• HELPS PIN DOWN PROBLEMS. Mental illness often seems ‘shapeless’ to the person experiencing it. It can be a strange mix of thoughts and emotions which don’t seem to be fixed on or by anything. This makes it frustratingly difficult to understand what’s going on. Talking with an accredited counsellor can draw out the problem and make its ‘shape’ clearer. The back-and-forth of conversation, or even just hearing yourself describe what you’re experiencing, can pin down and clarify patterns and problems. This makes it a lot easier to understand exactly what you’re dealing with.
  • IMPROVES RELATIONSHIPS. Mental illness can cause big problems within relationships. Often, however, these problems are down to a lack of communication. One partner may not understand why the other is acting in the way that they are. Talking openly, honestly, and calmly about how you’re feeling and why both of you do the things you do can build understanding and mutual empathy. If you’re struggling to talk effectively with someone in your life, finding a good relationship counsellor or a family counsellor is a good idea.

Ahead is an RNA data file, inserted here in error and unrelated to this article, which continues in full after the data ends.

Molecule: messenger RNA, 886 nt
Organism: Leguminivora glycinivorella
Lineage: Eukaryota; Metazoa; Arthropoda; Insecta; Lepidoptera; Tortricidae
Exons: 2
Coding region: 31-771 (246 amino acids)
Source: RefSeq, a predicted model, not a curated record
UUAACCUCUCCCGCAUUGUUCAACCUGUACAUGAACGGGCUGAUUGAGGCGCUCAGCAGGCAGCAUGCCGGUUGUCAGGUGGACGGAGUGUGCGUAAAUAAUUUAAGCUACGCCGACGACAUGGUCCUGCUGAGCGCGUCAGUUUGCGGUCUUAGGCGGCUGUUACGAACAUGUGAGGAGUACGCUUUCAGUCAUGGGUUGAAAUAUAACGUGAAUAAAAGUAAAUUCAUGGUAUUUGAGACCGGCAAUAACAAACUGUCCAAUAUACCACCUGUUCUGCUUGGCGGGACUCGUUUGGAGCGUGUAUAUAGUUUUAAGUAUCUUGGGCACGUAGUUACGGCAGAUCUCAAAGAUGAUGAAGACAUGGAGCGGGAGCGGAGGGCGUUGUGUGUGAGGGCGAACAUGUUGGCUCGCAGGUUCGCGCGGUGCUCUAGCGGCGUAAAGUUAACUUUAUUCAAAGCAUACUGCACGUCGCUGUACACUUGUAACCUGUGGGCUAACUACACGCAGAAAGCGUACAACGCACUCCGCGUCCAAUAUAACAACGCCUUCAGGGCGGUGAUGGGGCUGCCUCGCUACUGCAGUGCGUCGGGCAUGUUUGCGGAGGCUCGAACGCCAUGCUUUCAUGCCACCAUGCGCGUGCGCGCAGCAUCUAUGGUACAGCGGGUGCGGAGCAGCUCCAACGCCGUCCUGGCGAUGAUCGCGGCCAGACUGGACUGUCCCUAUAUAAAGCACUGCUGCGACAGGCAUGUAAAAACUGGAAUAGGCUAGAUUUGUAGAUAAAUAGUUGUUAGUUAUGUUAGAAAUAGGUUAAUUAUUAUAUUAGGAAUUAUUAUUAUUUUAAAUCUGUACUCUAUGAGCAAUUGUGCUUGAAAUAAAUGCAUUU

• CAN BE MORE EFFECTIVE THAN MEDS. Mental health medications can work wonders, and many people swear by them. However, talking therapies with trained mental health professionals can give patients long-term coping strategies which they can draw upon if medication ever fails them. The most effective mental health treatments often involve a combination of medication and counselling, but everyone is different, so don’t be afraid to explore many options while you’re working out the right solution for you.